Assessing the mycotoxigenic threat of necrotrophic pathogens of wheat

Peter S. Solomon*

*Corresponding author for this work

    Research output: Contribution to journalReview articlepeer-review

    10 Citations (Scopus)


    Pathogenic fungi are the causal agents of many significant plant diseases around the world. These diseases often result in significant yield reductions, leading to lower food production rates and economic losses. Several of these pathogenic fungi also produce mycotoxins during infection, which are harmful to human and animal health. Whilst some of these toxins and the fungi that produce them have been studied intensively, the mycotoxigenic potential of many of these pathogens remains largely unknown. Included within these fungi are the necrotrophic pathogens of wheat, Stagonospora nodorum, Pyrenophora tritici-repentis and Alternaria alternata. Recent studies have demonstrated that each of these pathogens is capable of synthesizing an array of mycotoxic compounds during disease development, questioning their status as non-mycotoxin producers. This review summarises recent mycotoxin findings in these necrotrophic wheat pathogens by briefly discussing the mycotoxins identified, their toxicity and their synthesis. Future and emerging threats are also considered.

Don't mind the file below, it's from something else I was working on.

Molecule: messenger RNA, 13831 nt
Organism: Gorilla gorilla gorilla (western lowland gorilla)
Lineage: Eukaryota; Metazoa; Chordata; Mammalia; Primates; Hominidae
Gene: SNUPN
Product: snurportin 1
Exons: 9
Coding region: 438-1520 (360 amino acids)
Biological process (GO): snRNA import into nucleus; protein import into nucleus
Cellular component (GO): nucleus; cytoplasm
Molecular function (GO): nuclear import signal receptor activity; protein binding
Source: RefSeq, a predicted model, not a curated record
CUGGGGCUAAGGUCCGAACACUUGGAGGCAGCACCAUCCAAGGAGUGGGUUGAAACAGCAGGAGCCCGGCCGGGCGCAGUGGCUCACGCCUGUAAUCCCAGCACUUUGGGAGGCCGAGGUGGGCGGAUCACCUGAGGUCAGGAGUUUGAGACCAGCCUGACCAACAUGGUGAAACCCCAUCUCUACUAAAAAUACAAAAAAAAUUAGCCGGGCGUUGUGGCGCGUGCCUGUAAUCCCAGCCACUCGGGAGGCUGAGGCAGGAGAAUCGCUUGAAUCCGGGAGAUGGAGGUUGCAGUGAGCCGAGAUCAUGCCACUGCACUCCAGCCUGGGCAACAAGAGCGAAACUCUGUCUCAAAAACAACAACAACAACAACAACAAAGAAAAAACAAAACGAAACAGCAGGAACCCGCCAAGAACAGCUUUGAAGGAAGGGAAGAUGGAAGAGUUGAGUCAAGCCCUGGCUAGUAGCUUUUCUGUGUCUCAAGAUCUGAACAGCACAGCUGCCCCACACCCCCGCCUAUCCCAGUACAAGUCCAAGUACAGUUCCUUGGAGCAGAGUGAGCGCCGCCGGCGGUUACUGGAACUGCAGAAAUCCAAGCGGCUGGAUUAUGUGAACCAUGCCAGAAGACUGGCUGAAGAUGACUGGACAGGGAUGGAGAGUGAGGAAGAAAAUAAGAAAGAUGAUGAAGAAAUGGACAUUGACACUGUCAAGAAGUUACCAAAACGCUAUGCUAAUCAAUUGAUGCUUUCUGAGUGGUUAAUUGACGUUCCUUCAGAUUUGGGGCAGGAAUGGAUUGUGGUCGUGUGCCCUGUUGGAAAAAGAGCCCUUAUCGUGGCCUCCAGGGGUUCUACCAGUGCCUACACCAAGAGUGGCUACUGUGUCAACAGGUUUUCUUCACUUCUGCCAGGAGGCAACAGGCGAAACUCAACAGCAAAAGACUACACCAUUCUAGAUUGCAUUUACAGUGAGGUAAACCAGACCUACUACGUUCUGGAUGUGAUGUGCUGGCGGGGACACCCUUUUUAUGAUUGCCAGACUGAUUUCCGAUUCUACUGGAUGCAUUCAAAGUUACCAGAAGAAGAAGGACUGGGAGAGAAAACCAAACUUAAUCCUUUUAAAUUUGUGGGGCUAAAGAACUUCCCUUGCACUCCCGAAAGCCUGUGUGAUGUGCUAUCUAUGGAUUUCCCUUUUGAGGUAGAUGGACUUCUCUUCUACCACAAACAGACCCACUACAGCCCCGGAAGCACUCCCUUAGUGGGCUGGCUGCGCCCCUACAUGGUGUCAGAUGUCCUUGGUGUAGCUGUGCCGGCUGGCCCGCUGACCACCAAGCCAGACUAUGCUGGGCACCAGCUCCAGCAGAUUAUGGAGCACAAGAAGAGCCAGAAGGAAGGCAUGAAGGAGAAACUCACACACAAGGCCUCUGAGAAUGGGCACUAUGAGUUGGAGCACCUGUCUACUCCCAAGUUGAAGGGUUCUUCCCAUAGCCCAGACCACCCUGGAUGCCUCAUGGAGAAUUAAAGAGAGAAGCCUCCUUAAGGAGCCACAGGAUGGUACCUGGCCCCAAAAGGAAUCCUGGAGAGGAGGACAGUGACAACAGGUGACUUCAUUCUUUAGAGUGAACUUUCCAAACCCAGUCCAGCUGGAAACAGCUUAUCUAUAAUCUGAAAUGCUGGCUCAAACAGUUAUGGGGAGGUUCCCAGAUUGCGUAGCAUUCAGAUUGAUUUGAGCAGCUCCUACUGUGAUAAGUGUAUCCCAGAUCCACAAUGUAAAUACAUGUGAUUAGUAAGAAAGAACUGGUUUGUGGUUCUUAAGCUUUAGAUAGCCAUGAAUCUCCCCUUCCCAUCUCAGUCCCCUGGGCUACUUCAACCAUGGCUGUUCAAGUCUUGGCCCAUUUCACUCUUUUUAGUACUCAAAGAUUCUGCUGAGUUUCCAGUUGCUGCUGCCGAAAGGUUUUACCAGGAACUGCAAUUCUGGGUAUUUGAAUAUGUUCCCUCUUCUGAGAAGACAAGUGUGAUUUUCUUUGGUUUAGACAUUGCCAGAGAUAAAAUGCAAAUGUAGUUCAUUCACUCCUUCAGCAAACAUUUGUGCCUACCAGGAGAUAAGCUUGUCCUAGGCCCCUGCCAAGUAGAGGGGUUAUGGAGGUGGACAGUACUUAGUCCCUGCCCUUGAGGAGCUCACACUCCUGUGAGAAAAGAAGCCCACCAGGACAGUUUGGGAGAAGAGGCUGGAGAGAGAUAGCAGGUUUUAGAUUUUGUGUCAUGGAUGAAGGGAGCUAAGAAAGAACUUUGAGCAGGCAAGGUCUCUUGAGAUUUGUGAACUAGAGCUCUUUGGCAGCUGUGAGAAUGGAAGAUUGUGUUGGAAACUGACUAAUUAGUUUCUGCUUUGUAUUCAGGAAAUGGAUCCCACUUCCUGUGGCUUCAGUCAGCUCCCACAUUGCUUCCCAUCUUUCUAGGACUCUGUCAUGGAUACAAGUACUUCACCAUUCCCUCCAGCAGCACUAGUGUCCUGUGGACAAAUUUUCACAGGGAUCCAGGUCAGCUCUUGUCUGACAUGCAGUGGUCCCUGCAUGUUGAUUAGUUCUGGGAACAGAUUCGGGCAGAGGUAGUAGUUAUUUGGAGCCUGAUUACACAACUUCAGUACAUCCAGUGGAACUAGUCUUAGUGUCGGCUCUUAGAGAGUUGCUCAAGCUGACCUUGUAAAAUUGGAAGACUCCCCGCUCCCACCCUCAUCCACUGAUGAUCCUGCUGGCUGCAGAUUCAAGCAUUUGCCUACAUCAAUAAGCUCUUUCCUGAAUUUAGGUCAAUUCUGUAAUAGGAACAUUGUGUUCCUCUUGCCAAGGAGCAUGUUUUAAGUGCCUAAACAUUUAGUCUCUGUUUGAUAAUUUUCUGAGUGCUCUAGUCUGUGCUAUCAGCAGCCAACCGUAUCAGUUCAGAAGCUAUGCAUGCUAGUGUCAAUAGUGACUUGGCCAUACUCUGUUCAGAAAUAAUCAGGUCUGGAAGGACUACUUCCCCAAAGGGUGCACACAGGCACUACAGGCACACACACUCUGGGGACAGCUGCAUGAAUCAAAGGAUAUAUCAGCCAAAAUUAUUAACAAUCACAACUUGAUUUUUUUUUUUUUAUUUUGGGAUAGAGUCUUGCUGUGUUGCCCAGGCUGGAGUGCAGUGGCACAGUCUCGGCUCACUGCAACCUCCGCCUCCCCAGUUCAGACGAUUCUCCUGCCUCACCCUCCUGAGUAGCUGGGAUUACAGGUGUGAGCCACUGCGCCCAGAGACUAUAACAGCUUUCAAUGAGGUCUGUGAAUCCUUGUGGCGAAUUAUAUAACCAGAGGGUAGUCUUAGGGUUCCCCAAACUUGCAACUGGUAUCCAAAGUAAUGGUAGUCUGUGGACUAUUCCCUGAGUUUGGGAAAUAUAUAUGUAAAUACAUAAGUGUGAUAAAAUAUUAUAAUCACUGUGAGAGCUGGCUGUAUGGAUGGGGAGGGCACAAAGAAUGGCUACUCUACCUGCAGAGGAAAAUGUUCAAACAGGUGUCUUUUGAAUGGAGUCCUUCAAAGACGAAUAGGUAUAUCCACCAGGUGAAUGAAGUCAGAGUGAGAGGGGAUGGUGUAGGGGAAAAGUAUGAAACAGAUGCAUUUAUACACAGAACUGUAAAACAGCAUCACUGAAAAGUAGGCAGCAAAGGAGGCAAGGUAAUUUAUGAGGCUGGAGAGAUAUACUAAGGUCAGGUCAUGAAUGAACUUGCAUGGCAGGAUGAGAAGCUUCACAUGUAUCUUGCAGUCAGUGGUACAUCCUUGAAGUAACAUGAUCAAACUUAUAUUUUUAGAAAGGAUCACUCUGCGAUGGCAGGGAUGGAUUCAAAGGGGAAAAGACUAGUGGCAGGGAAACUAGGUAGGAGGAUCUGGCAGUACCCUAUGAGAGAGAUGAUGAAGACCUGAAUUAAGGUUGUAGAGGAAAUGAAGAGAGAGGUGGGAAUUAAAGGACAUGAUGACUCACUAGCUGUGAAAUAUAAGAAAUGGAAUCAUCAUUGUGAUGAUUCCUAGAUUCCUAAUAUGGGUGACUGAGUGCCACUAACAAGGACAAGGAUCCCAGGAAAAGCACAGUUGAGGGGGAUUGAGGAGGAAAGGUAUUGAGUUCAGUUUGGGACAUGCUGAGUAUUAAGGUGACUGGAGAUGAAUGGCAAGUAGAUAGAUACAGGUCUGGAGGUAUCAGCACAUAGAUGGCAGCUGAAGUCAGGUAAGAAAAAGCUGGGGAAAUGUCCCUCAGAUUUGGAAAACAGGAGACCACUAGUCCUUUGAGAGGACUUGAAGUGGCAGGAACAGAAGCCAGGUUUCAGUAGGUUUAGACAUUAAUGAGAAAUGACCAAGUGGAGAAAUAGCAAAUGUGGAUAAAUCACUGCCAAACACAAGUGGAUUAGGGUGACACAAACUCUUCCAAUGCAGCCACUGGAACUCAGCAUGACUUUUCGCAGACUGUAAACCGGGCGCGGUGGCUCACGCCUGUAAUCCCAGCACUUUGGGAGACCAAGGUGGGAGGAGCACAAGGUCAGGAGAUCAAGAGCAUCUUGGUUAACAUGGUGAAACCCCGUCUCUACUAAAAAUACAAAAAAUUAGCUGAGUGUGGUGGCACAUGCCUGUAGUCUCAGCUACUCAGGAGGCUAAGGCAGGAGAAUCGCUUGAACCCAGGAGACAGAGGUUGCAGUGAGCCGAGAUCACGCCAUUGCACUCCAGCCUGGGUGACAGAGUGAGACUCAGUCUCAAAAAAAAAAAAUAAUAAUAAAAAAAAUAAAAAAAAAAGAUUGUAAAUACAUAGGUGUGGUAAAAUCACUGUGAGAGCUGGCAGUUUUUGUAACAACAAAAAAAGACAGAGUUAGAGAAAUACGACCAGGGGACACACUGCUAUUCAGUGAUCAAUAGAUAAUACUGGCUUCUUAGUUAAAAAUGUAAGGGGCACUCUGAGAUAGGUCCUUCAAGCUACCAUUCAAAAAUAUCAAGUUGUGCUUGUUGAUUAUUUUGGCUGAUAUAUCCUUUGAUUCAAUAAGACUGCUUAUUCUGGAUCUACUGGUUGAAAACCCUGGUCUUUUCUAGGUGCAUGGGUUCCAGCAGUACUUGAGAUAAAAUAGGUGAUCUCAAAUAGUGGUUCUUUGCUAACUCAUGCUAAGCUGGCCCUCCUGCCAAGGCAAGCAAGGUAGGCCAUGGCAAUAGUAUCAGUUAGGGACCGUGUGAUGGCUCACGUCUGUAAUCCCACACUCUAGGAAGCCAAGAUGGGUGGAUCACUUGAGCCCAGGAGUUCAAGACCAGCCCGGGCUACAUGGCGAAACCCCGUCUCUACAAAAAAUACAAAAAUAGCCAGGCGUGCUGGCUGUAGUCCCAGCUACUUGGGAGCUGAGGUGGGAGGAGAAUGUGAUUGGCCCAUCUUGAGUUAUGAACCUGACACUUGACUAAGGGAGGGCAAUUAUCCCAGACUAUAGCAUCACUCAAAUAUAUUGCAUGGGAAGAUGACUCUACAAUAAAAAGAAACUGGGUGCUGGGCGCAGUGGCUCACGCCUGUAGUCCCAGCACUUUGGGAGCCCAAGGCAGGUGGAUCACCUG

Original languageEnglish
    Pages (from-to)231-237
    Number of pages7
    JournalMycotoxin Research
    Issue number4
    Publication statusPublished - Nov 2011


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